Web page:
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EnglishEdit

EtymologyEdit

1903, modern revival of Old English sibling (relative, a relation, kinsman), equivalent to sib +‎ -ling. Compare Middle English sib, sibbe (relative; kinsman), German Sippe. The term apparently meant merely kin or relative until the 20th century when its necessity for the study of genetics led to its specialized use. For example, the OED has a 1903 citation in which "sibling" must be defined for those who don't know the intended meaning.[1]

PronunciationEdit

NounEdit

sibling (plural siblings)

  1. A person who shares a parent; one's brother or sister who one shares a parent with.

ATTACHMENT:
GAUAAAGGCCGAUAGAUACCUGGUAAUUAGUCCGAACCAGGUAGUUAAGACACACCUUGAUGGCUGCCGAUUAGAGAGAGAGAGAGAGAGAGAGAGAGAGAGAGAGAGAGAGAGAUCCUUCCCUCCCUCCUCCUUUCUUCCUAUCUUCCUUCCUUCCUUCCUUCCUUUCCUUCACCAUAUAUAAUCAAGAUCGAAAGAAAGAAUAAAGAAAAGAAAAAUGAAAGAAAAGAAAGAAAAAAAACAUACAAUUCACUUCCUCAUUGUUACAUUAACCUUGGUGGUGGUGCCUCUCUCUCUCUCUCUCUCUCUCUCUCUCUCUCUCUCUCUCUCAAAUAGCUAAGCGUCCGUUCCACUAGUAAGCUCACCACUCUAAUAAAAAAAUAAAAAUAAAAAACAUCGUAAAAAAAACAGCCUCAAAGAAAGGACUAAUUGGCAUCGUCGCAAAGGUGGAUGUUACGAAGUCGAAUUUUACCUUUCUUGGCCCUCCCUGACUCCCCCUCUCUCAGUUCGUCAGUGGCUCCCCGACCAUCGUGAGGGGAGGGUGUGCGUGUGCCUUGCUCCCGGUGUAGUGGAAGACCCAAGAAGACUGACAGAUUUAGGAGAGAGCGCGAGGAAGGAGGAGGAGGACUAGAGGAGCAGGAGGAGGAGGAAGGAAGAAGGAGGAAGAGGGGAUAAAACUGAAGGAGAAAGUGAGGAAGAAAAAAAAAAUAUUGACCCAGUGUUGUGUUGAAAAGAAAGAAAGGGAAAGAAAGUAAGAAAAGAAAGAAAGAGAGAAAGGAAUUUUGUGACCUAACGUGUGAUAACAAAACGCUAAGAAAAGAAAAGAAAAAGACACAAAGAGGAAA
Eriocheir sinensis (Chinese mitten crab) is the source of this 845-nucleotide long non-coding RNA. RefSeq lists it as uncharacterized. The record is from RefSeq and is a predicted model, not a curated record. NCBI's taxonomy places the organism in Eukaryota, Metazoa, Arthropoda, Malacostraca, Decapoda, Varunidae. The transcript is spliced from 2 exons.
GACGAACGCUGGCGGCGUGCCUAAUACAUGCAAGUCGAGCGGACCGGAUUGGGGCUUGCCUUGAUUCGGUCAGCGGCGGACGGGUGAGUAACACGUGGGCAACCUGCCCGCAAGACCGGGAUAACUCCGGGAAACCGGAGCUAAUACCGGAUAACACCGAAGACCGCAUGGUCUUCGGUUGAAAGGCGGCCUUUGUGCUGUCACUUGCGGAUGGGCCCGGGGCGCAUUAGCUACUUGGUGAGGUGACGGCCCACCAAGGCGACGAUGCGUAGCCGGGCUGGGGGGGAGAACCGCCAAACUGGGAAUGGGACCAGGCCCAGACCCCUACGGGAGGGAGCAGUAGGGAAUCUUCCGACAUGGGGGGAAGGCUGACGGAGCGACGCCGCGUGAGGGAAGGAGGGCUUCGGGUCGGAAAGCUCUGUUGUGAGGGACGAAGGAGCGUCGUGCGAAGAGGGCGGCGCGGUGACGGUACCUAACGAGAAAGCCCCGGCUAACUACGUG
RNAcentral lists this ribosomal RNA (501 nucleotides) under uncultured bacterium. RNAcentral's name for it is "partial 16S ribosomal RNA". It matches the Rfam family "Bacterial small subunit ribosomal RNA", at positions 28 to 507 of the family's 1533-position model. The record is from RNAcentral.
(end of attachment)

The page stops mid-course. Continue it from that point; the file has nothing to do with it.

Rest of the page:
None of my siblings are married yet.
  2. (computing theory) A node in a data structure that shares its parent with another node.

Derived termsEdit

TranslationsEdit

Further readingEdit

ReferencesEdit

  1. ^ Karl Pearson; Alice Lee (1903), “On the laws of inheritance in man”, in Biometrika, volume 2, issue 4, page 369:
    These [calculations] will enable us [] to predict the probable character in any individual from a knowledge of one or more parents or brethren (“siblings,” = brothers or sisters).

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